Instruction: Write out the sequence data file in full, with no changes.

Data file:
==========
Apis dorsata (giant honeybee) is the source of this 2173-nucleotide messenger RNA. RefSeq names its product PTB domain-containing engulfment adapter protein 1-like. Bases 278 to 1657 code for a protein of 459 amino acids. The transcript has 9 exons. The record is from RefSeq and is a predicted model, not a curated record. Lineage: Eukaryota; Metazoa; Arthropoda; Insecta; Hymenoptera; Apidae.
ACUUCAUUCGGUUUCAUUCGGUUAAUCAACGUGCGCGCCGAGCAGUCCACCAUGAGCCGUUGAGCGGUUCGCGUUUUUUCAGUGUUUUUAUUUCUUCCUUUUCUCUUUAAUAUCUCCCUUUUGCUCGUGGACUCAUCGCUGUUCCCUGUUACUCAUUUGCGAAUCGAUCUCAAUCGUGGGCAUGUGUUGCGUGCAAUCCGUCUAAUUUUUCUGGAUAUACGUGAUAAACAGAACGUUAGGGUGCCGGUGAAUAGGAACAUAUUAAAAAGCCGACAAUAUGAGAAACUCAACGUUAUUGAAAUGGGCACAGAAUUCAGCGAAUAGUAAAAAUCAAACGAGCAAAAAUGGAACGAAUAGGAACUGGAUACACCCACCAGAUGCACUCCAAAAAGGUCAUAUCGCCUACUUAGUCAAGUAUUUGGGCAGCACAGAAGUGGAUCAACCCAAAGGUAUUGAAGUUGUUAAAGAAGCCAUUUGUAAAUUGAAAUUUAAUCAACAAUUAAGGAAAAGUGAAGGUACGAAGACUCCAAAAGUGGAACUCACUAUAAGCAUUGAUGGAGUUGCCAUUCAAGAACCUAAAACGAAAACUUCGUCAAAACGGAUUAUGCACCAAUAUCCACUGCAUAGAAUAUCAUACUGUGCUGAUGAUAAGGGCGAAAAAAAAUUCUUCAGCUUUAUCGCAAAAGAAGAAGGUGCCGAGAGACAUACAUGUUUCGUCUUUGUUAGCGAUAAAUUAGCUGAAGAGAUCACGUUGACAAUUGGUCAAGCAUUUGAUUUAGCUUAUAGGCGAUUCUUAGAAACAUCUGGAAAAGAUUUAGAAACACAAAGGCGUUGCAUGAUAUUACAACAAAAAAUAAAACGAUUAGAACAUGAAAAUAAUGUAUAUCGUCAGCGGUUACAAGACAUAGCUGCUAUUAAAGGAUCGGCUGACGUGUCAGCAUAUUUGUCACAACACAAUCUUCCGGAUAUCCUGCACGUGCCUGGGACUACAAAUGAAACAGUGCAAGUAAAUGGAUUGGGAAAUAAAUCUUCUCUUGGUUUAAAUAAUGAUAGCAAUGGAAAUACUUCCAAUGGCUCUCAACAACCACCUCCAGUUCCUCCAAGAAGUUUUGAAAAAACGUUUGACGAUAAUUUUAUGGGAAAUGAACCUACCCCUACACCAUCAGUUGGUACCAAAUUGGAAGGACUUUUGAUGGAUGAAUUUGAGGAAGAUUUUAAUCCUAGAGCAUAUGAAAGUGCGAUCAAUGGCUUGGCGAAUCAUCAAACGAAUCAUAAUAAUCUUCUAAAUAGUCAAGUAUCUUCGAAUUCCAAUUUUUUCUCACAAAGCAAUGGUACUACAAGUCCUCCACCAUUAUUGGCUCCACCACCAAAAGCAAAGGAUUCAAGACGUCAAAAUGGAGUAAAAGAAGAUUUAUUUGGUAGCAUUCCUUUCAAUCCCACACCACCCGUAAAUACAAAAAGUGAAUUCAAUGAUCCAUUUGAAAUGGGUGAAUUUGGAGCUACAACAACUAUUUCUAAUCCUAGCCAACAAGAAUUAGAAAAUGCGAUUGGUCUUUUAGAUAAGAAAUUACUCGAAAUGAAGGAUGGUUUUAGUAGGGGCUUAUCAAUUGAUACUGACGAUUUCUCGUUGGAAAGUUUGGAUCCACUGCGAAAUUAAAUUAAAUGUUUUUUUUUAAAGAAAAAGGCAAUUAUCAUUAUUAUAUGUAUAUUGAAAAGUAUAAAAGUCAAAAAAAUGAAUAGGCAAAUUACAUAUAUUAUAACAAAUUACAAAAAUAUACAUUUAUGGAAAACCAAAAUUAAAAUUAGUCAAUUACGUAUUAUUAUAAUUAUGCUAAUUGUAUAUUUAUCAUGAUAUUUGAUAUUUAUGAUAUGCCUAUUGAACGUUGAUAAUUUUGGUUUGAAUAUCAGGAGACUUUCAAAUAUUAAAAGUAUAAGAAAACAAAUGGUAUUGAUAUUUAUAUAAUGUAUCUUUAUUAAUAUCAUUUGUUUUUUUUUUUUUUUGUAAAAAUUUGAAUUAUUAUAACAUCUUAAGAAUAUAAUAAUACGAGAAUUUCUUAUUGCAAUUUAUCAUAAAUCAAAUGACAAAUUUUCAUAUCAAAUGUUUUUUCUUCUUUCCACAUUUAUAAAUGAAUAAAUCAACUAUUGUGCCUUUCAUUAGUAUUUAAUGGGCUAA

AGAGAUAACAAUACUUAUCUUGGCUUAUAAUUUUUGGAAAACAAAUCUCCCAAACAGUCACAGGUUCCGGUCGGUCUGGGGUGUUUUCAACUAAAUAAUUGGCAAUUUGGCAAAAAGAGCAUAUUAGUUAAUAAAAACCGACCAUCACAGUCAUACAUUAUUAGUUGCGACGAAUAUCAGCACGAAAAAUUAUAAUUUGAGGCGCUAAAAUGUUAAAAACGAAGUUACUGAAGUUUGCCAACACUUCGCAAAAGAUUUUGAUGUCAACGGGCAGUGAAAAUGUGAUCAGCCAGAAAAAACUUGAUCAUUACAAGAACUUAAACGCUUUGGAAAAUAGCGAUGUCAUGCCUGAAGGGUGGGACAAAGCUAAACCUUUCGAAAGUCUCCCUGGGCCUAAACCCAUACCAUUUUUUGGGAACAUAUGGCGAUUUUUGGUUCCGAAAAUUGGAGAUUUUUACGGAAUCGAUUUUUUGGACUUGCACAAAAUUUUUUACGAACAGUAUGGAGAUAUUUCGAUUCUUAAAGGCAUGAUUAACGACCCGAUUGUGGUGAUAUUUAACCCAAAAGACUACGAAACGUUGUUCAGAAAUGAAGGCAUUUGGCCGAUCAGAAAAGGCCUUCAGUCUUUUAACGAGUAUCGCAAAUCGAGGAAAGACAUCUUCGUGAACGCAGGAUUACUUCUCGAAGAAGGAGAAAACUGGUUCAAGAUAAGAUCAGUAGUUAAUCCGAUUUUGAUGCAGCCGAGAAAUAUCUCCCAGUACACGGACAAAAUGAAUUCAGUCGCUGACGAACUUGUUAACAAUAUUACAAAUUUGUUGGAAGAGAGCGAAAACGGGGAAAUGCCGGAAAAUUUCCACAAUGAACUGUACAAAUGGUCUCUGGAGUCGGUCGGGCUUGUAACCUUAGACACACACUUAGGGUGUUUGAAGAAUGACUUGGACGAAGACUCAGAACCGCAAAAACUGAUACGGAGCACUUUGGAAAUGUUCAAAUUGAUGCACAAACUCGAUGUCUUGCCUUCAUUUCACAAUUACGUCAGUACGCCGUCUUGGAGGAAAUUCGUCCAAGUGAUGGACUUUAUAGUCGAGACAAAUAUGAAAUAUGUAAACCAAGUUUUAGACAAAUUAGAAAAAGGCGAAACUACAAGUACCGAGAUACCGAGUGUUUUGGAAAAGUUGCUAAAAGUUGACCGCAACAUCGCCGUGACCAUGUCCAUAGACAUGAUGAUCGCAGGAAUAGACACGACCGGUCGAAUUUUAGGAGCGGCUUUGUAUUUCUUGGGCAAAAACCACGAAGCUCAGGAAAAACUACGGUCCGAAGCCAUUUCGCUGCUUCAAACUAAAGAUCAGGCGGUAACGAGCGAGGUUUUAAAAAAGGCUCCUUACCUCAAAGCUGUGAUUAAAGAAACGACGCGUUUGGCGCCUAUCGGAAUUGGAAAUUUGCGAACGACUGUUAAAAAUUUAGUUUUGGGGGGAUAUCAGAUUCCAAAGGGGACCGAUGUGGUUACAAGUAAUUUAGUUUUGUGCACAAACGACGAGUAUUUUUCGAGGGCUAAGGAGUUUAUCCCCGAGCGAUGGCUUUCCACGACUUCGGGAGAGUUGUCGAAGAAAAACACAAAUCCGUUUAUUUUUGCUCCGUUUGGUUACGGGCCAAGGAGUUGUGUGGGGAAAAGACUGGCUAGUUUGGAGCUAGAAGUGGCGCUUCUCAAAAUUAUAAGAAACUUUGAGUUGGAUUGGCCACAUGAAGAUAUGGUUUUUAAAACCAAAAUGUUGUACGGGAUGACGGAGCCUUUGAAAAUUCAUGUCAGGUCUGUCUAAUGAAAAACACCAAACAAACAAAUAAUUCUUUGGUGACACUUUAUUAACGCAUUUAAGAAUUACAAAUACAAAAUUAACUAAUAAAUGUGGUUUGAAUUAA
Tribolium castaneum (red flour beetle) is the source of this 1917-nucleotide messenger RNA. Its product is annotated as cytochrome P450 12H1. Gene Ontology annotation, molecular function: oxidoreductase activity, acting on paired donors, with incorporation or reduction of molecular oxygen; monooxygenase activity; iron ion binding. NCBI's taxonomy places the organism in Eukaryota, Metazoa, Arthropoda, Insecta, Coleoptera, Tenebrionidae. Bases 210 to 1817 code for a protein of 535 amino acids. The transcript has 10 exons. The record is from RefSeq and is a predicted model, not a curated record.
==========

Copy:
Apis dorsata (giant honeybee) is the source of this 2173-nucleotide messenger RNA. RefSeq names its product PTB domain-containing engulfment adapter protein 1-like. Bases 278 to 1657 code for a protein of 459 amino acids. The transcript has 9 exons. The record is from RefSeq and is a predicted model, not a curated record. Lineage: Eukaryota; Metazoa; Arthropoda; Insecta; Hymenoptera; Apidae.
ACUUCAUUCGGUUUCAUUCGGUUAAUCAACGUGCGCGCCGAGCAGUCCACCAUGAGCCGUUGAGCGGUUCGCGUUUUUUCAGUGUUUUUAUUUCUUCCUUUUCUCUUUAAUAUCUCCCUUUUGCUCGUGGACUCAUCGCUGUUCCCUGUUACUCAUUUGCGAAUCGAUCUCAAUCGUGGGCAUGUGUUGCGUGCAAUCCGUCUAAUUUUUCUGGAUAUACGUGAUAAACAGAACGUUAGGGUGCCGGUGAAUAGGAACAUAUUAAAAAGCCGACAAUAUGAGAAACUCAACGUUAUUGAAAUGGGCACAGAAUUCAGCGAAUAGUAAAAAUCAAACGAGCAAAAAUGGAACGAAUAGGAACUGGAUACACCCACCAGAUGCACUCCAAAAAGGUCAUAUCGCCUACUUAGUCAAGUAUUUGGGCAGCACAGAAGUGGAUCAACCCAAAGGUAUUGAAGUUGUUAAAGAAGCCAUUUGUAAAUUGAAAUUUAAUCAACAAUUAAGGAAAAGUGAAGGUACGAAGACUCCAAAAGUGGAACUCACUAUAAGCAUUGAUGGAGUUGCCAUUCAAGAACCUAAAACGAAAACUUCGUCAAAACGGAUUAUGCACCAAUAUCCACUGCAUAGAAUAUCAUACUGUGCUGAUGAUAAGGGCGAAAAAAAAUUCUUCAGCUUUAUCGCAAAAGAAGAAGGUGCCGAGAGACAUACAUGUUUCGUCUUUGUUAGCGAUAAAUUAGCUGAAGAGAUCACGUUGACAAUUGGUCAAGCAUUUGAUUUAGCUUAUAGGCGAUUCUUAGAAACAUCUGGAAAAGAUUUAGAAACACAAAGGCGUUGCAUGAUAUUACAACAAAAAAUAAAACGAUUAGAACAUGAAAAUAAUGUAUAUCGUCAGCGGUUACAAGACAUAGCUGCUAUUAAAGGAUCGGCUGACGUGUCAGCAUAUUUGUCACAACACAAUCUUCCGGAUAUCCUGCACGUGCCUGGGACUACAAAUGAAACAGUGCAAGUAAAUGGAUUGGGAAAUAAAUCUUCUCUUGGUUUAAAUAAUGAUAGCAAUGGAAAUACUUCCAAUGGCUCUCAACAACCACCUCCAGUUCCUCCAAGAAGUUUUGAAAAAACGUUUGACGAUAAUUUUAUGGGAAAUGAACCUACCCCUACACCAUCAGUUGGUACCAAAUUGGAAGGACUUUUGAUGGAUGAAUUUGAGGAAGAUUUUAAUCCUAGAGCAUAUGAAAGUGCGAUCAAUGGCUUGGCGAAUCAUCAAACGAAUCAUAAUAAUCUUCUAAAUAGUCAAGUAUCUUCGAAUUCCAAUUUUUUCUCACAAAGCAAUGGUACUACAAGUCCUCCACCAUUAUUGGCUCCACCACCAAAAGCAAAGGAUUCAAGACGUCAAAAUGGAGUAAAAGAAGAUUUAUUUGGUAGCAUUCCUUUCAAUCCCACACCACCCGUAAAUACAAAAAGUGAAUUCAAUGAUCCAUUUGAAAUGGGUGAAUUUGGAGCUACAACAACUAUUUCUAAUCCUAGCCAACAAGAAUUAGAAAAUGCGAUUGGUCUUUUAGAUAAGAAAUUACUCGAAAUGAAGGAUGGUUUUAGUAGGGGCUUAUCAAUUGAUACUGACGAUUUCUCGUUGGAAAGUUUGGAUCCACUGCGAAAUUAAAUUAAAUGUUUUUUUUUAAAGAAAAAGGCAAUUAUCAUUAUUAUAUGUAUAUUGAAAAGUAUAAAAGUCAAAAAAAUGAAUAGGCAAAUUACAUAUAUUAUAACAAAUUACAAAAAUAUACAUUUAUGGAAAACCAAAAUUAAAAUUAGUCAAUUACGUAUUAUUAUAAUUAUGCUAAUUGUAUAUUUAUCAUGAUAUUUGAUAUUUAUGAUAUGCCUAUUGAACGUUGAUAAUUUUGGUUUGAAUAUCAGGAGACUUUCAAAUAUUAAAAGUAUAAGAAAACAAAUGGUAUUGAUAUUUAUAUAAUGUAUCUUUAUUAAUAUCAUUUGUUUUUUUUUUUUUUUGUAAAAAUUUGAAUUAUUAUAACAUCUUAAGAAUAUAAUAAUACGAGAAUUUCUUAUUGCAAUUUAUCAUAAAUCAAAUGACAAAUUUUCAUAUCAAAUGUUUUUUCUUCUUUCCACAUUUAUAAAUGAAUAAAUCAACUAUUGUGCCUUUCAUUAGUAUUUAAUGGGCUAA

AGAGAUAACAAUACUUAUCUUGGCUUAUAAUUUUUGGAAAACAAAUCUCCCAAACAGUCACAGGUUCCGGUCGGUCUGGGGUGUUUUCAACUAAAUAAUUGGCAAUUUGGCAAAAAGAGCAUAUUAGUUAAUAAAAACCGACCAUCACAGUCAUACAUUAUUAGUUGCGACGAAUAUCAGCACGAAAAAUUAUAAUUUGAGGCGCUAAAAUGUUAAAAACGAAGUUACUGAAGUUUGCCAACACUUCGCAAAAGAUUUUGAUGUCAACGGGCAGUGAAAAUGUGAUCAGCCAGAAAAAACUUGAUCAUUACAAGAACUUAAACGCUUUGGAAAAUAGCGAUGUCAUGCCUGAAGGGUGGGACAAAGCUAAACCUUUCGAAAGUCUCCCUGGGCCUAAACCCAUACCAUUUUUUGGGAACAUAUGGCGAUUUUUGGUUCCGAAAAUUGGAGAUUUUUACGGAAUCGAUUUUUUGGACUUGCACAAAAUUUUUUACGAACAGUAUGGAGAUAUUUCGAUUCUUAAAGGCAUGAUUAACGACCCGAUUGUGGUGAUAUUUAACCCAAAAGACUACGAAACGUUGUUCAGAAAUGAAGGCAUUUGGCCGAUCAGAAAAGGCCUUCAGUCUUUUAACGAGUAUCGCAAAUCGAGGAAAGACAUCUUCGUGAACGCAGGAUUACUUCUCGAAGAAGGAGAAAACUGGUUCAAGAUAAGAUCAGUAGUUAAUCCGAUUUUGAUGCAGCCGAGAAAUAUCUCCCAGUACACGGACAAAAUGAAUUCAGUCGCUGACGAACUUGUUAACAAUAUUACAAAUUUGUUGGAAGAGAGCGAAAACGGGGAAAUGCCGGAAAAUUUCCACAAUGAACUGUACAAAUGGUCUCUGGAGUCGGUCGGGCUUGUAACCUUAGACACACACUUAGGGUGUUUGAAGAAUGACUUGGACGAAGACUCAGAACCGCAAAAACUGAUACGGAGCACUUUGGAAAUGUUCAAAUUGAUGCACAAACUCGAUGUCUUGCCUUCAUUUCACAAUUACGUCAGUACGCCGUCUUGGAGGAAAUUCGUCCAAGUGAUGGACUUUAUAGUCGAGACAAAUAUGAAAUAUGUAAACCAAGUUUUAGACAAAUUAGAAAAAGGCGAAACUACAAGUACCGAGAUACCGAGUGUUUUGGAAAAGUUGCUAAAAGUUGACCGCAACAUCGCCGUGACCAUGUCCAUAGACAUGAUGAUCGCAGGAAUAGACACGACCGGUCGAAUUUUAGGAGCGGCUUUGUAUUUCUUGGGCAAAAACCACGAAGCUCAGGAAAAACUACGGUCCGAAGCCAUUUCGCUGCUUCAAACUAAAGAUCAGGCGGUAACGAGCGAGGUUUUAAAAAAGGCUCCUUACCUCAAAGCUGUGAUUAAAGAAACGACGCGUUUGGCGCCUAUCGGAAUUGGAAAUUUGCGAACGACUGUUAAAAAUUUAGUUUUGGGGGGAUAUCAGAUUCCAAAGGGGACCGAUGUGGUUACAAGUAAUUUAGUUUUGUGCACAAACGACGAGUAUUUUUCGAGGGCUAAGGAGUUUAUCCCCGAGCGAUGGCUUUCCACGACUUCGGGAGAGUUGUCGAAGAAAAACACAAAUCCGUUUAUUUUUGCUCCGUUUGGUUACGGGCCAAGGAGUUGUGUGGGGAAAAGACUGGCUAGUUUGGAGCUAGAAGUGGCGCUUCUCAAAAUUAUAAGAAACUUUGAGUUGGAUUGGCCACAUGAAGAUAUGGUUUUUAAAACCAAAAUGUUGUACGGGAUGACGGAGCCUUUGAAAAUUCAUGUCAGGUCUGUCUAAUGAAAAACACCAAACAAACAAAUAAUUCUUUGGUGACACUUUAUUAACGCAUUUAAGAAUUACAAAUACAAAAUUAACUAAUAAAUGUGGUUUGAAUUAA
Tribolium castaneum (red flour beetle) is the source of this 1917-nucleotide messenger RNA. Its product is annotated as cytochrome P450 12H1. Gene Ontology annotation, molecular function: oxidoreductase activity, acting on paired donors, with incorporation or reduction of molecular oxygen; monooxygenase activity; iron ion binding. NCBI's taxonomy places the organism in Eukaryota, Metazoa, Arthropoda, Insecta, Coleoptera, Tenebrionidae. Bases 210 to 1817 code for a protein of 535 amino acids. The transcript has 10 exons. The record is from RefSeq and is a predicted model, not a curated record.